Ellsworth Kelly, Master of Color and Abstraction, Dies at 92

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Kelly in 2013. Photo: Andrew H. Walker/2013 Getty Images

Ellsworth Kelly, the artist who pioneered a uniquely American study of abstraction, form, and color, has died at 92, according to the New York Times. His death was announced by his dealer, Matthew Marks of the Matthew Marks Gallery in Manhattan. Born on May 31, 1923, in Newburgh, New York, Kelly fought in World War II, worked in Paris, and later, in New York, before he left the city in 1970 for Spencertown, where he lived and worked with his partner, the photographer Jack Shear.

The son of an insurance salesman, Kelly grew up in New Jersey. At 19, he was drafted into the Army. During the war, Kelly served in the 23rd Headquarters Special Troops, a camouflage unit whose mission was classified until 1996. After an honorable discharge in 1945, he enrolled at the School of the Museum of Fine Arts, Boston, with the help of the GI Bill. In 1948, he returned to Paris, which he had traveled through during the war, and there he began to synthesize influences as disparate as Braque, Picasso, Byzantine mosaics, and Romanesque architecture.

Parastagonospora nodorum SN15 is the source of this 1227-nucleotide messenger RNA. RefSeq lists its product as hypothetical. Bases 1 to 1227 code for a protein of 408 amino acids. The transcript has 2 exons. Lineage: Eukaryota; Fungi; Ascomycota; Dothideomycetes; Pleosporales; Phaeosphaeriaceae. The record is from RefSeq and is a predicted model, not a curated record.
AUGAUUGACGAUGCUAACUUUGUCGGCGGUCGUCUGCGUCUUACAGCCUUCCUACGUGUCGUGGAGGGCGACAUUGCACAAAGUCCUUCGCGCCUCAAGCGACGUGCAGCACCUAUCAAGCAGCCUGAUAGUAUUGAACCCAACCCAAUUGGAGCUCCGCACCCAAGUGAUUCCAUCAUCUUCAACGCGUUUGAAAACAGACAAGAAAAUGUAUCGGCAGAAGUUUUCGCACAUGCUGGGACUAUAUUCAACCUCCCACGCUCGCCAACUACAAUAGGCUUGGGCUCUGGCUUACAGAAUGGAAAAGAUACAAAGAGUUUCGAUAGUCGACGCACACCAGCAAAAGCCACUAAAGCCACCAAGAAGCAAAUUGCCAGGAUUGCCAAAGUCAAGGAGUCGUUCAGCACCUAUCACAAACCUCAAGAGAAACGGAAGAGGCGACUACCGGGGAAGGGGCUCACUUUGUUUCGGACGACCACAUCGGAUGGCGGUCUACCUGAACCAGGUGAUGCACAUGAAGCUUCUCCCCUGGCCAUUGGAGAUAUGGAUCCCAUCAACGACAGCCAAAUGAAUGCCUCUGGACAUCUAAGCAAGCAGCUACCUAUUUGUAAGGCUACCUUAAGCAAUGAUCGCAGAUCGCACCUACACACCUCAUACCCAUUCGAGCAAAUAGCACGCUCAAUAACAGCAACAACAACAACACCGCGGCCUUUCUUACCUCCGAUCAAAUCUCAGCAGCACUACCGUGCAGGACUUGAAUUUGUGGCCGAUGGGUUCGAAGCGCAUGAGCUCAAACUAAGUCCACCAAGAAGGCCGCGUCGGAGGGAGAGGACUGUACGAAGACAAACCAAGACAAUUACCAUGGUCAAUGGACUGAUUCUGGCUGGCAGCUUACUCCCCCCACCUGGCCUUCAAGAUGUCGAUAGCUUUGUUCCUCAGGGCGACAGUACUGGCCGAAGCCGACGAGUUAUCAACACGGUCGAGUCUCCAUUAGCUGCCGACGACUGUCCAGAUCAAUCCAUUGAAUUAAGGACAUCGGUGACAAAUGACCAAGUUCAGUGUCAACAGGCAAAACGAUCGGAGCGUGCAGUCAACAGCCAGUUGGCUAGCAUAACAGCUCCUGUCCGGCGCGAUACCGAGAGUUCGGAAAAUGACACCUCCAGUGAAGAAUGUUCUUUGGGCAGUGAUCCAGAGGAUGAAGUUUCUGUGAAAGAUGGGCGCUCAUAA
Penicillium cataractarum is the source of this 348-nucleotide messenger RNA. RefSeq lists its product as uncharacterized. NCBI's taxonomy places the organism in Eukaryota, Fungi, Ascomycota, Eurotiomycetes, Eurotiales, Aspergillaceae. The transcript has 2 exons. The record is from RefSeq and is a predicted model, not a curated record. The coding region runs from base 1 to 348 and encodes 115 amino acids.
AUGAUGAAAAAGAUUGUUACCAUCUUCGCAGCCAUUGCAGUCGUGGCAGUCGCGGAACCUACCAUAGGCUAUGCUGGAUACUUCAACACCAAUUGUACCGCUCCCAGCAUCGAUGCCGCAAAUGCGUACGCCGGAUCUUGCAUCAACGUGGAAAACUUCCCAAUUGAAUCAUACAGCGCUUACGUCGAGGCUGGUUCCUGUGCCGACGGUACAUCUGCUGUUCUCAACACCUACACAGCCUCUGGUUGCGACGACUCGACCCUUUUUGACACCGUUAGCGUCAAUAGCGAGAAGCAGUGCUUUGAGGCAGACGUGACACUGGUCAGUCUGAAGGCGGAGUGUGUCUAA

Kelly returned to the United States in 1954 and had his first solo show in 1956. He developed a style dubbed by art historian Jules Langsner as "Hard-edge painting," which emphasized the interplay of rigid, sometimes monumental forms, single objects or even-shaped panels, and bright colors. His work during this era, as always, defied easy categorization, indebted to European and American influences, but with a rigor and sense of play all its own. Kelly continued working throughout the rest of his life, producing everything from paintings to sculpture and even tattoos. In a 2012 interview, Kelly told W Magazine, "I always say I’m painting for the dead artists I like ... The ones I think would understand what I’m doing. You put your paintings up against Matisse and Picasso and wonder, Am I producing art that is nourished by the past? I wouldn’t be doing this if I hadn’t looked at a lot of art. This is the mystery of it all: You have to look at art for a long time before you begin to understand."